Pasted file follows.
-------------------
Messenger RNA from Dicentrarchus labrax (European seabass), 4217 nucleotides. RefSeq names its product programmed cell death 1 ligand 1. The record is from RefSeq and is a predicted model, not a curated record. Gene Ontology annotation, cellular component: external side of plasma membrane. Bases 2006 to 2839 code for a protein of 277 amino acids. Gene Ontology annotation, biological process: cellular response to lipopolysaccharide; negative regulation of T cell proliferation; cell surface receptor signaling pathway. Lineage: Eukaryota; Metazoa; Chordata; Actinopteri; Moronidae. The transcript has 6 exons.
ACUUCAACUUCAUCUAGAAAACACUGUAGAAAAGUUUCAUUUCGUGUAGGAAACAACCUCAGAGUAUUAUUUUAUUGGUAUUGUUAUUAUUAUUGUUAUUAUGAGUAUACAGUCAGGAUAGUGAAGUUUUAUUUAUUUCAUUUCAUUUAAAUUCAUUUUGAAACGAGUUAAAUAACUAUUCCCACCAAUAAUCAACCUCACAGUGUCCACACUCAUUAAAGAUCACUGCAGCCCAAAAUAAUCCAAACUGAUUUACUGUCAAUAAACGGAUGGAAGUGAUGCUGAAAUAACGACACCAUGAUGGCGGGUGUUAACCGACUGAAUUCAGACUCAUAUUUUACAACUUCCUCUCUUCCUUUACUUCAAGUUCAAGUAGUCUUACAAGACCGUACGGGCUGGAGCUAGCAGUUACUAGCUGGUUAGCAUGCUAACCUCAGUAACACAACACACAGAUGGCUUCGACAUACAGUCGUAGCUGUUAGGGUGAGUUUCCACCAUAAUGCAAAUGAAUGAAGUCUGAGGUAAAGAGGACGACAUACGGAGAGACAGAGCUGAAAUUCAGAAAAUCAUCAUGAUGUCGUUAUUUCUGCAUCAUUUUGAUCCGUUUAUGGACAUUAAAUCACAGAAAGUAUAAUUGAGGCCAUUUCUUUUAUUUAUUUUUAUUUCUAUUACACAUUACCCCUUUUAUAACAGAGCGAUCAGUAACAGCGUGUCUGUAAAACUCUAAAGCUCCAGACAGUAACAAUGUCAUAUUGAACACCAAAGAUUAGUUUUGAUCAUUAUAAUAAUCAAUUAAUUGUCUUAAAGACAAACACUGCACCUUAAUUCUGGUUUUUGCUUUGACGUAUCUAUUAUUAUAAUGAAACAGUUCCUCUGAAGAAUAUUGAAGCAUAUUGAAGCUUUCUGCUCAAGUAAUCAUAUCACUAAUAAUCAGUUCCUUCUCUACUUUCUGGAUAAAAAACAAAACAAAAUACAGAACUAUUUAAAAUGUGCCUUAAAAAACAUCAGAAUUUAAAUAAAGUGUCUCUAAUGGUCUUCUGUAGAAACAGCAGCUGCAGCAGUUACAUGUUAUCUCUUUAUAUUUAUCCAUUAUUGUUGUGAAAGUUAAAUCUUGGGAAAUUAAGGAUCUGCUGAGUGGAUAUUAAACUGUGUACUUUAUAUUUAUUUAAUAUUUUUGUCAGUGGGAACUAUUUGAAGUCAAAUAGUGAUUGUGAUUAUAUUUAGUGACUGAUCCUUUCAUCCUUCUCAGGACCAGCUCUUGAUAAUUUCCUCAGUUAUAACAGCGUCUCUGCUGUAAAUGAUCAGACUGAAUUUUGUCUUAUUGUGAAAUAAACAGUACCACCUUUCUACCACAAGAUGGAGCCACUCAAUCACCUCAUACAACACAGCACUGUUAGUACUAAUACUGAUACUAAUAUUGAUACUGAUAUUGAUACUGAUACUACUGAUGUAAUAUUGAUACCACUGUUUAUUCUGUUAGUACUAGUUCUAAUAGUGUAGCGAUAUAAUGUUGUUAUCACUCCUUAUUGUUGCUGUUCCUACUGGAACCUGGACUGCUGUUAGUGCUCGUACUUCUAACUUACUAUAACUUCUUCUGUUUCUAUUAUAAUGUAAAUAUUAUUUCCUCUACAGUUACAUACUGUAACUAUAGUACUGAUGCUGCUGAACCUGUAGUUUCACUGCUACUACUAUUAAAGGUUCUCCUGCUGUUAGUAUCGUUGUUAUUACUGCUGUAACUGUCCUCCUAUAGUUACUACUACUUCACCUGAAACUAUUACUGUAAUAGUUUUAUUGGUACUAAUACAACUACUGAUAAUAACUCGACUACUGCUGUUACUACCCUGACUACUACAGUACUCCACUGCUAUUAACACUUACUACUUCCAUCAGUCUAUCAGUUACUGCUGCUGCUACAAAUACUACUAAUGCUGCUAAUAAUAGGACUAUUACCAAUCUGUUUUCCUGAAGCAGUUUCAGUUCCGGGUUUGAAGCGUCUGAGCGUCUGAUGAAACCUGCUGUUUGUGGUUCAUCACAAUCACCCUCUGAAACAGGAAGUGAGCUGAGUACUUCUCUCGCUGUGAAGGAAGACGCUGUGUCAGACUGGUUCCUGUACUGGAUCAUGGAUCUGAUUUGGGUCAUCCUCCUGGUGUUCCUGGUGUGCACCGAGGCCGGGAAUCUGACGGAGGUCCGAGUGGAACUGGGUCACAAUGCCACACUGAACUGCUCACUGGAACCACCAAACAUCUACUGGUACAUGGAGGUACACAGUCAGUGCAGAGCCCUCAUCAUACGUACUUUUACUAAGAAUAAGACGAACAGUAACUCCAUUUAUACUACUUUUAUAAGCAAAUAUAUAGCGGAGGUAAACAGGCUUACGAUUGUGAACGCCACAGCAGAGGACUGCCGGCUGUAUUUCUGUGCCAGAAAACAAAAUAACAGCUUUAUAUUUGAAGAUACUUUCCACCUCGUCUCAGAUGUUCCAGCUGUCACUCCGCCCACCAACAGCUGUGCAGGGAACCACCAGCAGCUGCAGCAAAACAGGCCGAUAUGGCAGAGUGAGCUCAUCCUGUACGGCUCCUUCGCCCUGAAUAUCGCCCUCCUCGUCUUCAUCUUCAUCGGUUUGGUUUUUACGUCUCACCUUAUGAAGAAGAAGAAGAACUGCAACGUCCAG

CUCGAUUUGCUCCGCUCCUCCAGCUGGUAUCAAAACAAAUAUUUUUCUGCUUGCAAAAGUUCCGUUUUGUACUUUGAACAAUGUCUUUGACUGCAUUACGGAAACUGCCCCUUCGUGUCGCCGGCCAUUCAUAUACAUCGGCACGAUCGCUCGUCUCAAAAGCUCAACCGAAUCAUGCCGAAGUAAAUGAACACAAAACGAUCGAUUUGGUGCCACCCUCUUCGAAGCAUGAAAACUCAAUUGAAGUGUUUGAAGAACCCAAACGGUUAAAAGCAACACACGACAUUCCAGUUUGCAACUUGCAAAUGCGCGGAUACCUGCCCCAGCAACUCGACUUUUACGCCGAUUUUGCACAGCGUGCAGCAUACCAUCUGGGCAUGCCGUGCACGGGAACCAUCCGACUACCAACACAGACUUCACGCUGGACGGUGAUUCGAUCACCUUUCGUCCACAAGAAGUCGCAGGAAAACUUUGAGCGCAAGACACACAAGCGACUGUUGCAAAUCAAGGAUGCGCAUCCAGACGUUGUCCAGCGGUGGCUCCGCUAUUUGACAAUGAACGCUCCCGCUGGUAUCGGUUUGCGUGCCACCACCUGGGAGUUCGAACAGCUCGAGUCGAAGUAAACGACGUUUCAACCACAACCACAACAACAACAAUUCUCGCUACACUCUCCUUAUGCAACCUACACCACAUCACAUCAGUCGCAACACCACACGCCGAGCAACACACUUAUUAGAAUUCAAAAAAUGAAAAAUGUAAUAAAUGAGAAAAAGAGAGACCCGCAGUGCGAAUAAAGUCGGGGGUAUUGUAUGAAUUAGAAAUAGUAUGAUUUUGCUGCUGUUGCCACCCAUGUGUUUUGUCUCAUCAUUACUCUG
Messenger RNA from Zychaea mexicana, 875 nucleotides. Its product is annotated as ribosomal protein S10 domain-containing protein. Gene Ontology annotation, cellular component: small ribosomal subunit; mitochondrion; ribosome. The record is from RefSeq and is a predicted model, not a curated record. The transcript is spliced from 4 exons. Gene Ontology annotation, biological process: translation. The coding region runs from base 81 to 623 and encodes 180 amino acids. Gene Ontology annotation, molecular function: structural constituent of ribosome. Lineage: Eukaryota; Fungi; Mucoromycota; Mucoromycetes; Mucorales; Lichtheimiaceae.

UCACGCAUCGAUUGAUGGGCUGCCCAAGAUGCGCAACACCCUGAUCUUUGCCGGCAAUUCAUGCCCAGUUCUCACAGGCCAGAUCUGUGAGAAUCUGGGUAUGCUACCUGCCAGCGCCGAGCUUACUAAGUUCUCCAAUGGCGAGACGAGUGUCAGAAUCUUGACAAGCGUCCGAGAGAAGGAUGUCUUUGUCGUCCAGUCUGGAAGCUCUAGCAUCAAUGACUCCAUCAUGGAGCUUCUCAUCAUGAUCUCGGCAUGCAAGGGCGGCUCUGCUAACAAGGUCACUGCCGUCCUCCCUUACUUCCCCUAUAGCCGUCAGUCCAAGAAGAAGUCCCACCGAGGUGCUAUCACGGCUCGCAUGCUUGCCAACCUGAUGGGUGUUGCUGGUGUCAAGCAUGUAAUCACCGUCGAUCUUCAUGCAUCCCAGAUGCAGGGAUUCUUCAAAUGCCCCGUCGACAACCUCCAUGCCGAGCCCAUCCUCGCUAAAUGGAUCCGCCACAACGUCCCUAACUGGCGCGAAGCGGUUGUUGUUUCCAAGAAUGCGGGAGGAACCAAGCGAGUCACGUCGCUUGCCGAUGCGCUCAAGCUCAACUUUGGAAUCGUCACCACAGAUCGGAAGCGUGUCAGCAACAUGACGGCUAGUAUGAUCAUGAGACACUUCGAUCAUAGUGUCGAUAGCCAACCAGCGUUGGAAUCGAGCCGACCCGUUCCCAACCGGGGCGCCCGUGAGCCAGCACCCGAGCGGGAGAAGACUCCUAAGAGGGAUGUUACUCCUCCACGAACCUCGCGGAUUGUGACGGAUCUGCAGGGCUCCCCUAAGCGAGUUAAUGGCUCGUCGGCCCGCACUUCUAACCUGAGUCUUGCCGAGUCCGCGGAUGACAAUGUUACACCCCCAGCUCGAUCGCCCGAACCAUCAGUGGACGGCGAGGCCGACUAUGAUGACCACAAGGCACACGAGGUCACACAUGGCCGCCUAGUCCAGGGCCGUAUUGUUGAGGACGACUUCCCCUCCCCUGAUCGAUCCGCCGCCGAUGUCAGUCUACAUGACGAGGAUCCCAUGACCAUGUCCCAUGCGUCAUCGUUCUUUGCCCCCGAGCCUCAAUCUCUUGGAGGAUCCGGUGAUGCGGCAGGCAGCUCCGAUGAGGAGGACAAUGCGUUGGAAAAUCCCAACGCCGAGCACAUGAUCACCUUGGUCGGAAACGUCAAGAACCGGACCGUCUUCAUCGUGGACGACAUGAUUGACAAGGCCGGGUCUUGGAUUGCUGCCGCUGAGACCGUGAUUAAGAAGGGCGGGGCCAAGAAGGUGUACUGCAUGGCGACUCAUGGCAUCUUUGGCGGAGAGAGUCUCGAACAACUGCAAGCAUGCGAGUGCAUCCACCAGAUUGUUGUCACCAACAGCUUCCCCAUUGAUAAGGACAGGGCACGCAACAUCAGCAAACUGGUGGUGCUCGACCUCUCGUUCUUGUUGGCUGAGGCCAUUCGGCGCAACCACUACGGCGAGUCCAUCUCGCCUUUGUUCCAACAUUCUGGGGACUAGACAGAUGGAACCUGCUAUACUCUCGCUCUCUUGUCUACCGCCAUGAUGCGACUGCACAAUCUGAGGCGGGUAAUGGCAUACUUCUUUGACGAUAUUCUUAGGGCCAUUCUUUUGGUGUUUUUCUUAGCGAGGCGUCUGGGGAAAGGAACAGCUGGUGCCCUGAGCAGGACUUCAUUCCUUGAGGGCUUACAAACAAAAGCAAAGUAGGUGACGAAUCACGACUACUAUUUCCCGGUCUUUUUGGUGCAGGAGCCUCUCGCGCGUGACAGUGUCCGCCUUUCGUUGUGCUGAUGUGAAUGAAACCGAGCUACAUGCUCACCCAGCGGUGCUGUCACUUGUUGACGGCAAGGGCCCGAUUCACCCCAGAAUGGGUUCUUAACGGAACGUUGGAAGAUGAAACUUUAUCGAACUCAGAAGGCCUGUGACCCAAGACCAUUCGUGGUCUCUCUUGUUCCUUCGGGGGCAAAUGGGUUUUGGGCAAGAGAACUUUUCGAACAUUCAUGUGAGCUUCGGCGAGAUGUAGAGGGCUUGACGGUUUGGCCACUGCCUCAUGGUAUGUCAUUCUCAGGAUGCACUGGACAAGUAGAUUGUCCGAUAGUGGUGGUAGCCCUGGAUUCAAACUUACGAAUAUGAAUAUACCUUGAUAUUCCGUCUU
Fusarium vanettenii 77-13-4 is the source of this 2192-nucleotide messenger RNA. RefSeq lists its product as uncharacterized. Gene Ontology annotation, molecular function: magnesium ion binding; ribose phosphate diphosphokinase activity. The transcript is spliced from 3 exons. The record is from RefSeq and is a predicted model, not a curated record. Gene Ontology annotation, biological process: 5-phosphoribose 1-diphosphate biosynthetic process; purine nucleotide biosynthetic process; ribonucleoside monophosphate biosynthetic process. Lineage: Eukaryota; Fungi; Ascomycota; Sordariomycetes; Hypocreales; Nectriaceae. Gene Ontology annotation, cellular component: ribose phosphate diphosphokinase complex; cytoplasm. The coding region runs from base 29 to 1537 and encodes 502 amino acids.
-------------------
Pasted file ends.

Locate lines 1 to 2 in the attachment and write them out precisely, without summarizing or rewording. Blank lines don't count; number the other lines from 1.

Messenger RNA from Dicentrarchus labrax (European seabass), 4217 nucleotides. RefSeq names its product programmed cell death 1 ligand 1. The record is from RefSeq and is a predicted model, not a curated record. Gene Ontology annotation, cellular component: external side of plasma membrane. Bases 2006 to 2839 code for a protein of 277 amino acids. Gene Ontology annotation, biological process: cellular response to lipopolysaccharide; negative regulation of T cell proliferation; cell surface receptor signaling pathway. Lineage: Eukaryota; Metazoa; Chordata; Actinopteri; Moronidae. The transcript has 6 exons.
ACUUCAACUUCAUCUAGAAAACACUGUAGAAAAGUUUCAUUUCGUGUAGGAAACAACCUCAGAGUAUUAUUUUAUUGGUAUUGUUAUUAUUAUUGUUAUUAUGAGUAUACAGUCAGGAUAGUGAAGUUUUAUUUAUUUCAUUUCAUUUAAAUUCAUUUUGAAACGAGUUAAAUAACUAUUCCCACCAAUAAUCAACCUCACAGUGUCCACACUCAUUAAAGAUCACUGCAGCCCAAAAUAAUCCAAACUGAUUUACUGUCAAUAAACGGAUGGAAGUGAUGCUGAAAUAACGACACCAUGAUGGCGGGUGUUAACCGACUGAAUUCAGACUCAUAUUUUACAACUUCCUCUCUUCCUUUACUUCAAGUUCAAGUAGUCUUACAAGACCGUACGGGCUGGAGCUAGCAGUUACUAGCUGGUUAGCAUGCUAACCUCAGUAACACAACACACAGAUGGCUUCGACAUACAGUCGUAGCUGUUAGGGUGAGUUUCCACCAUAAUGCAAAUGAAUGAAGUCUGAGGUAAAGAGGACGACAUACGGAGAGACAGAGCUGAAAUUCAGAAAAUCAUCAUGAUGUCGUUAUUUCUGCAUCAUUUUGAUCCGUUUAUGGACAUUAAAUCACAGAAAGUAUAAUUGAGGCCAUUUCUUUUAUUUAUUUUUAUUUCUAUUACACAUUACCCCUUUUAUAACAGAGCGAUCAGUAACAGCGUGUCUGUAAAACUCUAAAGCUCCAGACAGUAACAAUGUCAUAUUGAACACCAAAGAUUAGUUUUGAUCAUUAUAAUAAUCAAUUAAUUGUCUUAAAGACAAACACUGCACCUUAAUUCUGGUUUUUGCUUUGACGUAUCUAUUAUUAUAAUGAAACAGUUCCUCUGAAGAAUAUUGAAGCAUAUUGAAGCUUUCUGCUCAAGUAAUCAUAUCACUAAUAAUCAGUUCCUUCUCUACUUUCUGGAUAAAAAACAAAACAAAAUACAGAACUAUUUAAAAUGUGCCUUAAAAAACAUCAGAAUUUAAAUAAAGUGUCUCUAAUGGUCUUCUGUAGAAACAGCAGCUGCAGCAGUUACAUGUUAUCUCUUUAUAUUUAUCCAUUAUUGUUGUGAAAGUUAAAUCUUGGGAAAUUAAGGAUCUGCUGAGUGGAUAUUAAACUGUGUACUUUAUAUUUAUUUAAUAUUUUUGUCAGUGGGAACUAUUUGAAGUCAAAUAGUGAUUGUGAUUAUAUUUAGUGACUGAUCCUUUCAUCCUUCUCAGGACCAGCUCUUGAUAAUUUCCUCAGUUAUAACAGCGUCUCUGCUGUAAAUGAUCAGACUGAAUUUUGUCUUAUUGUGAAAUAAACAGUACCACCUUUCUACCACAAGAUGGAGCCACUCAAUCACCUCAUACAACACAGCACUGUUAGUACUAAUACUGAUACUAAUAUUGAUACUGAUAUUGAUACUGAUACUACUGAUGUAAUAUUGAUACCACUGUUUAUUCUGUUAGUACUAGUUCUAAUAGUGUAGCGAUAUAAUGUUGUUAUCACUCCUUAUUGUUGCUGUUCCUACUGGAACCUGGACUGCUGUUAGUGCUCGUACUUCUAACUUACUAUAACUUCUUCUGUUUCUAUUAUAAUGUAAAUAUUAUUUCCUCUACAGUUACAUACUGUAACUAUAGUACUGAUGCUGCUGAACCUGUAGUUUCACUGCUACUACUAUUAAAGGUUCUCCUGCUGUUAGUAUCGUUGUUAUUACUGCUGUAACUGUCCUCCUAUAGUUACUACUACUUCACCUGAAACUAUUACUGUAAUAGUUUUAUUGGUACUAAUACAACUACUGAUAAUAACUCGACUACUGCUGUUACUACCCUGACUACUACAGUACUCCACUGCUAUUAACACUUACUACUUCCAUCAGUCUAUCAGUUACUGCUGCUGCUACAAAUACUACUAAUGCUGCUAAUAAUAGGACUAUUACCAAUCUGUUUUCCUGAAGCAGUUUCAGUUCCGGGUUUGAAGCGUCUGAGCGUCUGAUGAAACCUGCUGUUUGUGGUUCAUCACAAUCACCCUCUGAAACAGGAAGUGAGCUGAGUACUUCUCUCGCUGUGAAGGAAGACGCUGUGUCAGACUGGUUCCUGUACUGGAUCAUGGAUCUGAUUUGGGUCAUCCUCCUGGUGUUCCUGGUGUGCACCGAGGCCGGGAAUCUGACGGAGGUCCGAGUGGAACUGGGUCACAAUGCCACACUGAACUGCUCACUGGAACCACCAAACAUCUACUGGUACAUGGAGGUACACAGUCAGUGCAGAGCCCUCAUCAUACGUACUUUUACUAAGAAUAAGACGAACAGUAACUCCAUUUAUACUACUUUUAUAAGCAAAUAUAUAGCGGAGGUAAACAGGCUUACGAUUGUGAACGCCACAGCAGAGGACUGCCGGCUGUAUUUCUGUGCCAGAAAACAAAAUAACAGCUUUAUAUUUGAAGAUACUUUCCACCUCGUCUCAGAUGUUCCAGCUGUCACUCCGCCCACCAACAGCUGUGCAGGGAACCACCAGCAGCUGCAGCAAAACAGGCCGAUAUGGCAGAGUGAGCUCAUCCUGUACGGCUCCUUCGCCCUGAAUAUCGCCCUCCUCGUCUUCAUCUUCAUCGGUUUGGUUUUUACGUCUCACCUUAUGAAGAAGAAGAAGAACUGCAACGUCCAG